As the summer gets hotter the threat of heat stroke gets more real. Hydration, good nutrition, fitness and cool breaks are critical in the prevention of heat related illness and fatigue. I often saw during tournaments, players sitting in the sun or running around and playing in the heat (when I coached minor ball) in between games. I would say to myself…. that is not good.
The body is exerting energy already in a heated condition, adding the sun and then elevating the body temperature while playing around taxes the already elevated system that is attempting to maintain homeostasis or balance.
Some conditions that can occur as a result of being in the heat:
- muscle (heat) cramps
- heat exhaustion
- heat stroke
Before the Tournament
The key is prevention. And it starts with being physically fit. By being fit, the body does not have to work as hard to maintain a comfortable level. During the preparation phase is when this training begins and continues through the season with maintenance.
Another prevention tactic occurs actually days before the tournament. Hydrating and good nutrition will play a huge role in ensuring these conditions do not occur. Drink fluids but not in excess prior to the tournament. Over hydrating will not benefit as the body will only use what it needs. Eat fruits and vegetables that contain water such as watermelon, lettuce and cucumber. Have these items at the field as well for the breaks in between games.
At the Field
Put some lemon and maybe some Gatorade powder in the water bottles or in the large water container you might have. Water likes to follow other nutrients into the digestive system so this will work great and it will be more to the athletes taste as well. Attempt to stay away from the sports drinks during games as they contain more sugar and will even cause stomach upset if too much is consumed. They are not required for softball as our issue is heat more so than the depletion of electrolytes that a sport such as cycling or running would result in.
In between games keep the team in the shade as much as possible. quiet relaxed activities will keep them cool with good food that does not take large amounts of energy to digest. Hot dogs and hamburgers from the concession are not a good choice in keeping the energy levels up. Sandwiches or wraps with some protein for breaks up to 2 hours long are perfect because they are filling and will be mostly digested by the time the next game begins. For breaks less than that such as an hour or 45 minutes before having to be back on the field, fruit and vegetables will be a good choice.
Staying cool and minimizing activity between games will maintain good energy levels and prevent fatigue going into the next game. Refrain from conducting a long warm up between games as well to reduce the amount of energy exerted. A light 15 minute warm-up will do wonders in preparing the team for competition after playing already that day. Mental training visualization exercises are also perfect if you feel you need to have more time for warm-up.
Keep cool cloths in the cooler in the dugout for athletes to put on the back of their neck in between innings to keep them cool during games. Keep cold water as discussed previously accessible as well and ensure that athletes take a drink every time they come off the field. Thirst is not an indication of dehydration on its way, it is an indication that it is almost there.
Because catchers where extra equipment and are continuously getting up and down from their position, make sure they take off their chest protector at least in between innings and stay in the cool shade. It doesn’t take long for the heat to become very uncomfortable as many have likely experienced and for the faces to begin to turn red because of the heat. Make sure that if the catcher is on the base path and there are 2 out, get them off the field and into the dugout so that they can rest and be ready for the next defensive inning. If you can, use 2 catchers for the tournament which is a good reason to be sure that you are training all of your catchers adequately during the season.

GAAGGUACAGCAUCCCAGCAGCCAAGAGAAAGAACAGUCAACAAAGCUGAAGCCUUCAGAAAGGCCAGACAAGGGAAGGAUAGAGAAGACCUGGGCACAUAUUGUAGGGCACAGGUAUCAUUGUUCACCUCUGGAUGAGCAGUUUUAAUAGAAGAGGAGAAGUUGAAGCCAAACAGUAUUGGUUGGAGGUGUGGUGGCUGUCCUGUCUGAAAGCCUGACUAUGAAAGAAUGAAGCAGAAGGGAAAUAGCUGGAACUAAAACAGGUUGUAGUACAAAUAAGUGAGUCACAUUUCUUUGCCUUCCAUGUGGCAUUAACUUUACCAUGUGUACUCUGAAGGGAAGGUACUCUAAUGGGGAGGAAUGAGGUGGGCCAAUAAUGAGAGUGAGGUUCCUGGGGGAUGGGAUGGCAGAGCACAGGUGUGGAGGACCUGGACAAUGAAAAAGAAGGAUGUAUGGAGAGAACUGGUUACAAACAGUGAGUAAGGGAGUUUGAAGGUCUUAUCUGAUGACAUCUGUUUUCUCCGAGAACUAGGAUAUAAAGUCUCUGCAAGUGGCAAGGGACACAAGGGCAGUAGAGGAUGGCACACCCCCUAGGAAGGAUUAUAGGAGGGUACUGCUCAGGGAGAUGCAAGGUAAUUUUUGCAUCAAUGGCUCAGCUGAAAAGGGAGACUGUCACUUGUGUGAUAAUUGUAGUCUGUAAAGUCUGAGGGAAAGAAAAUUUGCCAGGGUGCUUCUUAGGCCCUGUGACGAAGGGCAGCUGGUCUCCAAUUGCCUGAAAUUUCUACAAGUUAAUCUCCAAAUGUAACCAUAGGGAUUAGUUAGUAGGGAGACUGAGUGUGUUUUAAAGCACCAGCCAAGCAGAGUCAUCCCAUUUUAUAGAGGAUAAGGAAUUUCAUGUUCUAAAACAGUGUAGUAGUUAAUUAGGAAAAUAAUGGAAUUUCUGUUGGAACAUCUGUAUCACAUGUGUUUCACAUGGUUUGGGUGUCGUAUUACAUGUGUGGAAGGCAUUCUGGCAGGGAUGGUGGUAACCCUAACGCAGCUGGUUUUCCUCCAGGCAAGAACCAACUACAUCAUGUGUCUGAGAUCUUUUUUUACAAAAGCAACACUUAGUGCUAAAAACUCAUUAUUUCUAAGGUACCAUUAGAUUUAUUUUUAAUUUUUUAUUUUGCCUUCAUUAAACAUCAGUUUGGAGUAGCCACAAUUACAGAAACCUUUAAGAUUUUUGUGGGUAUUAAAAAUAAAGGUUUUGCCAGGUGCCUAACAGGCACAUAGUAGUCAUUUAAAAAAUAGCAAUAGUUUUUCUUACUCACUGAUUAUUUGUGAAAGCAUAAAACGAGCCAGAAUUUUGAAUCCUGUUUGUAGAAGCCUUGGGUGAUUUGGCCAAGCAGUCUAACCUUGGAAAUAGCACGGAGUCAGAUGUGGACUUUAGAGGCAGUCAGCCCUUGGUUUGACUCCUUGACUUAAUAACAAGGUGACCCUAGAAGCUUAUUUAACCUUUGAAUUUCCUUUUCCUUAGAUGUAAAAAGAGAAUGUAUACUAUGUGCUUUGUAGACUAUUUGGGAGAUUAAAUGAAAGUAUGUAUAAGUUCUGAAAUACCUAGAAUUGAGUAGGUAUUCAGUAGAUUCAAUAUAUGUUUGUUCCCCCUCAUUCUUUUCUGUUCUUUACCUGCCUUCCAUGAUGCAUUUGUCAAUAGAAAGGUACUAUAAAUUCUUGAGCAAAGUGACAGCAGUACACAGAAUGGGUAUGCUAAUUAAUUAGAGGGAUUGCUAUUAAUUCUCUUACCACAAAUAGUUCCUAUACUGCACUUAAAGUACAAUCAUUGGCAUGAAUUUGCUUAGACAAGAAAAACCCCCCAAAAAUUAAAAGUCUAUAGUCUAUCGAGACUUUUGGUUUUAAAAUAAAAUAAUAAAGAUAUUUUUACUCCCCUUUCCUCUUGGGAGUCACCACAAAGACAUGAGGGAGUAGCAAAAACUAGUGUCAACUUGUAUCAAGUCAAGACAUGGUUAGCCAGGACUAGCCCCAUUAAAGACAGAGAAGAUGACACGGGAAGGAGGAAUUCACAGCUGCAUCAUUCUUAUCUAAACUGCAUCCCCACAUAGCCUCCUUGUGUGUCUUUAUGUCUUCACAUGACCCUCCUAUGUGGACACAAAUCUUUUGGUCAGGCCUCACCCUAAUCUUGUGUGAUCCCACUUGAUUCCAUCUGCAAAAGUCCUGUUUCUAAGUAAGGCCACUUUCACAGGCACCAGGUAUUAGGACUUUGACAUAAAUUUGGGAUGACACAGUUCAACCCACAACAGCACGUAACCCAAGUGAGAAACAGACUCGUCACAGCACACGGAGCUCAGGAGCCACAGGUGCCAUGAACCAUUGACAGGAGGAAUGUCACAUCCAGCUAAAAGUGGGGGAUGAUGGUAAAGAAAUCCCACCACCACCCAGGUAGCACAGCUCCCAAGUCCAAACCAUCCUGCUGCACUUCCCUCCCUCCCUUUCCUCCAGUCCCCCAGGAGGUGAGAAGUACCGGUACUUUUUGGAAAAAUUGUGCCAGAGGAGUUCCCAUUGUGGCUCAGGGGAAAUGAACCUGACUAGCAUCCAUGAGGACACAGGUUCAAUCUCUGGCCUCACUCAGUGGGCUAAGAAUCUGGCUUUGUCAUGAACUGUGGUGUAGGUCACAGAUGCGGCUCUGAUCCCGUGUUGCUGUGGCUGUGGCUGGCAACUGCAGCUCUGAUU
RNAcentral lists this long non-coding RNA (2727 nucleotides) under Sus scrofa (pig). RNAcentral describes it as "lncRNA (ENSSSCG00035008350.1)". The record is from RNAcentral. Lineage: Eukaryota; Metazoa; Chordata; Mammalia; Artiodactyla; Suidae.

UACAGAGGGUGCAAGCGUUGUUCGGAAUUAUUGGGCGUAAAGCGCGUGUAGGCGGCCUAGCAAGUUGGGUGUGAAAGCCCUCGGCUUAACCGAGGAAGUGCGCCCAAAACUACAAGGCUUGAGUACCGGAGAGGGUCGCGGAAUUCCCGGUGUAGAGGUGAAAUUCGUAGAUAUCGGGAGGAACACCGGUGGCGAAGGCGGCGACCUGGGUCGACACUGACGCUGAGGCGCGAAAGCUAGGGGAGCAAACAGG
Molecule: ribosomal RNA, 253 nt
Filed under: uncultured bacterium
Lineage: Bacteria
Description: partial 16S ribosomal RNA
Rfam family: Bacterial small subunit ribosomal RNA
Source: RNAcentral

Players with red hair
Yes this does make a difference. Athletes with red hair often have very fair skin and are more prone to heat stroke as well. People with red hair actually produce more melanin however with that is another chemical which causes skin inflammation which causes their skin to burn quicker than those without red hair. So sunscreen is essential.
The Correct SPF (Sunscreen)
Be sure to put it on before you leave the house. also make sure there is a supply in the first aid kit. If you coach minors, the parents will have most likely made sure their players have sunscreen on but it is always a good idea again to be prepared. Things are very busy during tournaments so it is easy to forget when getting everything ready to leave the house. Add it to your checklist when preparing to warm-up. “Does everyone have their sunscreen on?” A quick question like that will go a long way in preventing sun burn 🙂
If traveling to a location that is warmer than what you are used to, engage in practices of 30-45 minutes a day for a week or 2 prior in hotter than usual conditions as close to the temperature of the location you are going to will begin the acclimatization for the new environment. Discuss with the team the conditions that they will be enduring and what they will be doing to counteract the potential effects.
Stay Cool and have fun
Many cooling breaks during the first game warm up just means getting to the field a bit earlier. Lots of water and god nutrition will go a long way in preventing heat stroke and other conditions. Some signs to look for include:
- complaining of the heat
- sweating more than usual
Preparation and prevention are the key when playing in the heat. Plan it out and carry out the plan.
Stay safe and have fun.